What does reasonably practicable mean in health & safety?

What does reasonably practicable mean?

We have all been there, the job should only take a quick minute and seems very low risk however the risk assessment and company policy states all the  control measures that need to be put in place before attempting the task but what does "reasonably practicable" mean?

When health and safety conflicts with the process

What does reasonably practicable mean?

What does reasonably practicable mean?

“Pfft it will only take a minute so just turn a blind eye and I will get the job done quickly and save a few quid in the process!”

This sort of thing probably happens all the time and 9 times out of 10 nothing untoward happens while not thinking about averting the risk and everyone carries on with their lives... Hopefully!

What does reasonably practicable mean?

So you may have seen or heard the term “reasonably practicable” when people are referring to health and safety in the workplace and/or safety at work.

So what does this magic term that is thrown around so much actually mean?

Cost benefit analysis, sacrifice involved, quantum of risk, relation to the sacrifice, measures necessary for averting the risk and scale and the sacrifice to reduce risk!

The above are some quick explanations you may hear!

Okay in simple terms it basically means that the responsible person in any such scenario whether it be a risk assessor, manager or responsible person must make a calculation of what the identified hazard and likelihood of potential risk would be if the worst were to happen, once this is done then it’s time to decide what time, effort and cost etc. it would take to negate the possible harm within reason

So for example to change a light bulb in an office with a normal ceiling height it would be safe to assume that a person could suffer substantial injuries if they were to fall from let’s say standing on a nearby swivel chair and computer desk to complete the task…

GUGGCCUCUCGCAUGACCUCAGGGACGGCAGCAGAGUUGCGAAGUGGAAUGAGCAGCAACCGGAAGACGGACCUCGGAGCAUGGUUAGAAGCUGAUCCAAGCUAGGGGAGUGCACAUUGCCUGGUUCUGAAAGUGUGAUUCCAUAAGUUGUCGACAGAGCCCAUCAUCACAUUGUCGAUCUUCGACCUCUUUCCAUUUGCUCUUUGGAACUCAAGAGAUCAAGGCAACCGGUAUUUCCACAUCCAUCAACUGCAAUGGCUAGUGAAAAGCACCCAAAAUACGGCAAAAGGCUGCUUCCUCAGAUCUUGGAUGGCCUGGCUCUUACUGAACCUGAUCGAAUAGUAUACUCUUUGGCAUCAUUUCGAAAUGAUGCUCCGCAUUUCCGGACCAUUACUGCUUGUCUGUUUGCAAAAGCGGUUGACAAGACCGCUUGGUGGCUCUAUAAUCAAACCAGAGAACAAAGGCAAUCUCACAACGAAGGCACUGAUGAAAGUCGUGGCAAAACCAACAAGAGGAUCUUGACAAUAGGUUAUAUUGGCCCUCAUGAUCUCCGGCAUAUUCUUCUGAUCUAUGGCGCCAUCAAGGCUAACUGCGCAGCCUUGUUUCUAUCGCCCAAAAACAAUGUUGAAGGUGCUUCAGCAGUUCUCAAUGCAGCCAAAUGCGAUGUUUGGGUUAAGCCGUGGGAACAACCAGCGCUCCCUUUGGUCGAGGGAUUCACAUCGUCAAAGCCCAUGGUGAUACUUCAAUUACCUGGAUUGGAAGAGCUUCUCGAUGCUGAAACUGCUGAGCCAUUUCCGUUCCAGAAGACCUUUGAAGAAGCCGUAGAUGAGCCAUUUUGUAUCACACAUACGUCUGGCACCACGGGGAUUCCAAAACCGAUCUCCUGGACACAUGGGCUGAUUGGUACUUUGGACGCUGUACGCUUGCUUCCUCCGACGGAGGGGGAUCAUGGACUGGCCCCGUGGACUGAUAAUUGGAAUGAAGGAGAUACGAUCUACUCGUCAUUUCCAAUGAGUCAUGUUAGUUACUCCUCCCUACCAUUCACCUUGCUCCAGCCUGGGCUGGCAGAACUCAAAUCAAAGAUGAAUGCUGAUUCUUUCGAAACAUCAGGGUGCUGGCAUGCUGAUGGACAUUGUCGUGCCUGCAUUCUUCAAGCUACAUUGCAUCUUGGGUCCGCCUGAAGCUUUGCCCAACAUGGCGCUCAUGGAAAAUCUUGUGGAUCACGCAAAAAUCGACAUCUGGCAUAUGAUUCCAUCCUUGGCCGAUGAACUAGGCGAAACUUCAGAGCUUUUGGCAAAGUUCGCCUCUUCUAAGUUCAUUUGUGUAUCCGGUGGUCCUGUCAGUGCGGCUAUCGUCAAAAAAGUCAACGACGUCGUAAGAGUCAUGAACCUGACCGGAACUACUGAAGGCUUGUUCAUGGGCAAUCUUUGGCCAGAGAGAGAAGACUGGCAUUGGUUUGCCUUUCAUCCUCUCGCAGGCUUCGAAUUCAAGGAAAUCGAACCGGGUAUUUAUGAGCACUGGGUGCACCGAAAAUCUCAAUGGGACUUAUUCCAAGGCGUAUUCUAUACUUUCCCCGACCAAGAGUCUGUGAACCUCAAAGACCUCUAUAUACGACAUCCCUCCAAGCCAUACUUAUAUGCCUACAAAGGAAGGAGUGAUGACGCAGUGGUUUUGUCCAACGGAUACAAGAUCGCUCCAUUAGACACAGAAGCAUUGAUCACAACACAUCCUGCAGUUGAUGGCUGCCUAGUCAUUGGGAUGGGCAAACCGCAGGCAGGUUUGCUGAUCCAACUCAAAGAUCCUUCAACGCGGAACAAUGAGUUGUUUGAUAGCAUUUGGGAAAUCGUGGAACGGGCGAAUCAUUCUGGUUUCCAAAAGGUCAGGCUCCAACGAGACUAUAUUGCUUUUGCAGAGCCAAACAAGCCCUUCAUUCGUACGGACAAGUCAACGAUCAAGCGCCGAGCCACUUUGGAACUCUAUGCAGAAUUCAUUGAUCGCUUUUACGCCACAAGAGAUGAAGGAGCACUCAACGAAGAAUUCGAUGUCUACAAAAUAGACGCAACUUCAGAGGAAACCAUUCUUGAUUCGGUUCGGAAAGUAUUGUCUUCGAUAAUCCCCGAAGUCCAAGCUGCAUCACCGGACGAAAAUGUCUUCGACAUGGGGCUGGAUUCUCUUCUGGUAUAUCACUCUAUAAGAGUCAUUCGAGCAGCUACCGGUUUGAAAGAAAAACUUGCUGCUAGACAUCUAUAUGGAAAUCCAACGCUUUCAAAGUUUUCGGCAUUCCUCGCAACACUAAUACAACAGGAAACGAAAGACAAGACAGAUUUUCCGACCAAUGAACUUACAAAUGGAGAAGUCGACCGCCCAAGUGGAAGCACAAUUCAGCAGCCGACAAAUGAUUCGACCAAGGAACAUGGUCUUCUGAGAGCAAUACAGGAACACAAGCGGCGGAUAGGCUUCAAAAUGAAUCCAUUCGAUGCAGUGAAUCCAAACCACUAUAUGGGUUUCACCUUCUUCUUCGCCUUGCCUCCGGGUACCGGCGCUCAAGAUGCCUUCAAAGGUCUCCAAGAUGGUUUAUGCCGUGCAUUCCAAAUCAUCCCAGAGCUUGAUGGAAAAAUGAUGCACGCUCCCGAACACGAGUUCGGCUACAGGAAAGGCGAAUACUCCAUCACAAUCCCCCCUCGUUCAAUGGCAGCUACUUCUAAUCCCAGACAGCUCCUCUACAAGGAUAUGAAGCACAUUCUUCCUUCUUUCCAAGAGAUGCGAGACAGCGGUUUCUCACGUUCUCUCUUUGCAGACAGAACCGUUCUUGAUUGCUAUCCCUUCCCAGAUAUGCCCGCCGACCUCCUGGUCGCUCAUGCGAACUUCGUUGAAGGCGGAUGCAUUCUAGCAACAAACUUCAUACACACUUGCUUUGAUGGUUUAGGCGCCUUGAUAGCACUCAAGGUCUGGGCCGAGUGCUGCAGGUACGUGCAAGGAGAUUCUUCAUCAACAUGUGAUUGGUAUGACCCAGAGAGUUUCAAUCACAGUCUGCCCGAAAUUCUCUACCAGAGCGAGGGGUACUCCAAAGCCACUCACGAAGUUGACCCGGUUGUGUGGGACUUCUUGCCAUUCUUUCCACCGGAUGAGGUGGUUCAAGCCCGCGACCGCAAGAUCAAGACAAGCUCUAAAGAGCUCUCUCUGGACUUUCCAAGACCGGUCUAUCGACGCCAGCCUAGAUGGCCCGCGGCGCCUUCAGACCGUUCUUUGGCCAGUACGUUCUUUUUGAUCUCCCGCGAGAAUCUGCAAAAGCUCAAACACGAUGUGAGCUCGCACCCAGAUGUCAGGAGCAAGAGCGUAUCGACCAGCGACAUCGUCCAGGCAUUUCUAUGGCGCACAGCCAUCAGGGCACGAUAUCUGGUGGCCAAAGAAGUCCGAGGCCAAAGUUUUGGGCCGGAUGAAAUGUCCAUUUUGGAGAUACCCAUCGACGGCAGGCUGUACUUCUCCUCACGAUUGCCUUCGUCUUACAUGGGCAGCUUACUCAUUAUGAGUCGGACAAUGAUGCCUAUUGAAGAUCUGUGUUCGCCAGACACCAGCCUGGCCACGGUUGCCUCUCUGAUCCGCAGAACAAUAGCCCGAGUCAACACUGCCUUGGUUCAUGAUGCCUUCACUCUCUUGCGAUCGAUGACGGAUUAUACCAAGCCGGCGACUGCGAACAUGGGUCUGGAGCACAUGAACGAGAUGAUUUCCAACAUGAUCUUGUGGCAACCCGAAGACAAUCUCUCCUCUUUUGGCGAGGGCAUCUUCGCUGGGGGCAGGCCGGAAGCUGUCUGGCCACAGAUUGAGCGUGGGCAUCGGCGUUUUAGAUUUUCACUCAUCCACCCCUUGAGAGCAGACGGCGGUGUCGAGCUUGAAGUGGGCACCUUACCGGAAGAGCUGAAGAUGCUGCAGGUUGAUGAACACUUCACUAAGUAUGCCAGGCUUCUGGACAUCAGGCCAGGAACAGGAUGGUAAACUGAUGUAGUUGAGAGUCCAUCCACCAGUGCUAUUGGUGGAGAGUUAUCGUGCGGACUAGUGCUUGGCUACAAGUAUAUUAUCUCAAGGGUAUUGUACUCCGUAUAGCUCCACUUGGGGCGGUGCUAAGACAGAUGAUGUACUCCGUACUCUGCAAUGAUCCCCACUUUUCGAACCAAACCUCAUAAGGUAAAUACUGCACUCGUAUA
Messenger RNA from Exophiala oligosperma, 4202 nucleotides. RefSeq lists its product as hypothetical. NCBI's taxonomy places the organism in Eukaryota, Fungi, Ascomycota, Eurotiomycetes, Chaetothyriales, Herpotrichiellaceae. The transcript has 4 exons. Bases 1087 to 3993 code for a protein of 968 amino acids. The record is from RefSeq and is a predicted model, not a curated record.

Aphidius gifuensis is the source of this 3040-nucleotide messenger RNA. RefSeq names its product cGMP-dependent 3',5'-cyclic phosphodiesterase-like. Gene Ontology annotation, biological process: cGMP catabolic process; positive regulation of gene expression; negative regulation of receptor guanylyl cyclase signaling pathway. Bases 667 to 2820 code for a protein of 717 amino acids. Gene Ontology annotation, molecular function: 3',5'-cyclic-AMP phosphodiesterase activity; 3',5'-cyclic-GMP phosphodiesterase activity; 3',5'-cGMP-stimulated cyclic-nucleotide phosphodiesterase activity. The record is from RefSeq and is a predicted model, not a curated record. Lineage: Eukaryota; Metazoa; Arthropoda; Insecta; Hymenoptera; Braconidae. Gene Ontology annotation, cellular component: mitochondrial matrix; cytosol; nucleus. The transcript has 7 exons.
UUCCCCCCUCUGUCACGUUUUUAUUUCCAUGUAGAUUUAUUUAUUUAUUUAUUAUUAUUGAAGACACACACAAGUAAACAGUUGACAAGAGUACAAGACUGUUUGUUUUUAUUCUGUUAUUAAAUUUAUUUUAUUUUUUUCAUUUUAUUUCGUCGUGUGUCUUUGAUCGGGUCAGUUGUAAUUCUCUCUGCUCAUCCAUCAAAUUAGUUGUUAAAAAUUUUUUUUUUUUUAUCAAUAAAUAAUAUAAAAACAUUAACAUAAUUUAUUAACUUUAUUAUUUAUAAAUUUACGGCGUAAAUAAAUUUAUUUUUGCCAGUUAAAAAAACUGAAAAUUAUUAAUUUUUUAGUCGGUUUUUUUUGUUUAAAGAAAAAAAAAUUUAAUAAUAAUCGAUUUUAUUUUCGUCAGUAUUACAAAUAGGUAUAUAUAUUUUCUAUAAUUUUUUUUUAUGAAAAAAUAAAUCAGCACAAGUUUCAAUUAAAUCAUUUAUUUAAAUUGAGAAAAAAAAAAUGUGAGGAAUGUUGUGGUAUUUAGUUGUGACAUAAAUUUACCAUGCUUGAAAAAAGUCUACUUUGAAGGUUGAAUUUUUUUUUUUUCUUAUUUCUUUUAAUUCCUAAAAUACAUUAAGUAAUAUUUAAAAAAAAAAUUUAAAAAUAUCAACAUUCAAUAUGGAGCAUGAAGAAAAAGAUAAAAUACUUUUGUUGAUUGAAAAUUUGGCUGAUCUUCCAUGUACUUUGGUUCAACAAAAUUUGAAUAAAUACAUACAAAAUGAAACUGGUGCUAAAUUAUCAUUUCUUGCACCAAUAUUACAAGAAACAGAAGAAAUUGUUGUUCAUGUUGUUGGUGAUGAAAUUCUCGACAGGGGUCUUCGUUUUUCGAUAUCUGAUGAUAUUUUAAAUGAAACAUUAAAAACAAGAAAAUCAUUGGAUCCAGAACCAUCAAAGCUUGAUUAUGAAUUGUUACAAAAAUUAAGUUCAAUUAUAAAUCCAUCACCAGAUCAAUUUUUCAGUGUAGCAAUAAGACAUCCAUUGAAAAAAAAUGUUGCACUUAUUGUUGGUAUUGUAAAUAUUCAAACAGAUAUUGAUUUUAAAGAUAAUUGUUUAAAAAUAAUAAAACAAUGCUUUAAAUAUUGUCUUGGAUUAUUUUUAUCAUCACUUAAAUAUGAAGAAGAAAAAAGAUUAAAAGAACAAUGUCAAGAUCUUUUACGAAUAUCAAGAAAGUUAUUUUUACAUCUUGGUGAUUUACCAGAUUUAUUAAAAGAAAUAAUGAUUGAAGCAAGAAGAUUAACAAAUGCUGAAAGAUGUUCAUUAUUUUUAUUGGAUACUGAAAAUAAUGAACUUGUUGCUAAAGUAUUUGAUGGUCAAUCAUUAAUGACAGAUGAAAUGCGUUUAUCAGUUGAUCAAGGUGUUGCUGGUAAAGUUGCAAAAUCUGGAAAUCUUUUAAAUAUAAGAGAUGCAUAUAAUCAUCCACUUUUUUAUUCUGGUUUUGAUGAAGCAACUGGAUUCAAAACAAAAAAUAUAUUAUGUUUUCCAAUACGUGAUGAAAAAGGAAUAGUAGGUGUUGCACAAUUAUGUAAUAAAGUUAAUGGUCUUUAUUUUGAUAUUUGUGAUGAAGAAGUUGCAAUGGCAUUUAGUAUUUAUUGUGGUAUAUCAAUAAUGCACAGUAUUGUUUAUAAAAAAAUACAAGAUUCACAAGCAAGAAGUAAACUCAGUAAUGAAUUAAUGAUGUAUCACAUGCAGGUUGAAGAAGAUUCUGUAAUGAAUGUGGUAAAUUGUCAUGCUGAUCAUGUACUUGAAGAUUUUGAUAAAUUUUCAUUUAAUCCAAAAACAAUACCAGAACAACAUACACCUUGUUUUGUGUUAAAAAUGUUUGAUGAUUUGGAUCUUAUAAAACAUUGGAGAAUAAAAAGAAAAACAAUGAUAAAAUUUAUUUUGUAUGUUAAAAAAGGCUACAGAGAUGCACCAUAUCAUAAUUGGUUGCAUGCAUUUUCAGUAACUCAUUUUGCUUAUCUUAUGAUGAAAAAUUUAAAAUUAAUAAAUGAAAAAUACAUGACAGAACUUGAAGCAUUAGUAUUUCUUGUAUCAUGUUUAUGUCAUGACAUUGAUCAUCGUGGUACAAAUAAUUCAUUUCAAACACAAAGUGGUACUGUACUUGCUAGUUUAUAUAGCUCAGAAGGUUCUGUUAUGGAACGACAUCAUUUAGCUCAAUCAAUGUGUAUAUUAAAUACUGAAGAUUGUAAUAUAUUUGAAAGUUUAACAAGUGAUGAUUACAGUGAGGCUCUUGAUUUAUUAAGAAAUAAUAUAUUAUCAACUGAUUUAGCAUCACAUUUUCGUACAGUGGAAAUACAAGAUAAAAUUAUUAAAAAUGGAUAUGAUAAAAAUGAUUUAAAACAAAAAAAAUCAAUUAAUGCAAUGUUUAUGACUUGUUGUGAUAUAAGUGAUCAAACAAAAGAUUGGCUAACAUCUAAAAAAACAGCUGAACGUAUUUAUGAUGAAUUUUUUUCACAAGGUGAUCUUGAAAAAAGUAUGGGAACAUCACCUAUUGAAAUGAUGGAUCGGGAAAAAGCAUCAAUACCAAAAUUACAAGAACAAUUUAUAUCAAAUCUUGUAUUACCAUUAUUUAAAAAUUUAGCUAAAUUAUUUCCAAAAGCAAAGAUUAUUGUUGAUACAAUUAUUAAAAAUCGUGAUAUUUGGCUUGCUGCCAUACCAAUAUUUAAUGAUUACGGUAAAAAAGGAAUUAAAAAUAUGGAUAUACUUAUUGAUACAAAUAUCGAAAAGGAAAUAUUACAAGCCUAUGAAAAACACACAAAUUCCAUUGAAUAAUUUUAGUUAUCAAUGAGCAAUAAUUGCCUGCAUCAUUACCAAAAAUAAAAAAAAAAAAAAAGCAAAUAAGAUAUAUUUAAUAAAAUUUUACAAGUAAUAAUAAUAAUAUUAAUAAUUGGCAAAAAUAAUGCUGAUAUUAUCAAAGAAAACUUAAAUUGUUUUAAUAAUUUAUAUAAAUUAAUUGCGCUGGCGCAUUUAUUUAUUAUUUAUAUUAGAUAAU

Hazard = Falling from height

(There are also other considerations such as electricity, manual handling, falling objects etc. but we will concentrate on just the falling from height issue for this example!)

Risk & Likelihood =  Higher than we would like due to equipment not fit for task, lack of training, the chair being able to swivel and roll and the desk may not be able to take weight etc.

Possible Outcome = Severe Injury and possible damage to nearby equipment and people etc.

The HSE has information on this

So first off the term should not require you (in the above scenario) to employ let’s say a fully qualified electrician complete with hiring MEWPS “Mobile Elevating Work Platform” IPAF certified on a minimum day rate and call out charge and so on to change a single office light bulb as this would be overkill for the simple task and is therefore beyond "reasonably practicable" in this particular case.

So with this in mind it would be reasonable to adopt some proper and fit for purpose equipment for the task as this should be an on-going maintenance task over time and not just a one off.

The term however may require something along the lines of… purchasing a set of podium steps and training the relevant staff on this equipment, also some training on working at height and changing light bulbs as this would be reasonably practicable due to the cost, time and effort. As this is heavily reducing the likelihood of anyone getting hurt it is potentially saving problems which could lead to lost productivity, court costs and fines from the HSE and so on.

So as with a lot of health and safety in the workplace it is down to you to risk assess the situation and ensure you put measures in place that are reasonably practicable to ensure all are safe.

Feel free to have a look at our risk assessment software and instructions here or contact us for more information.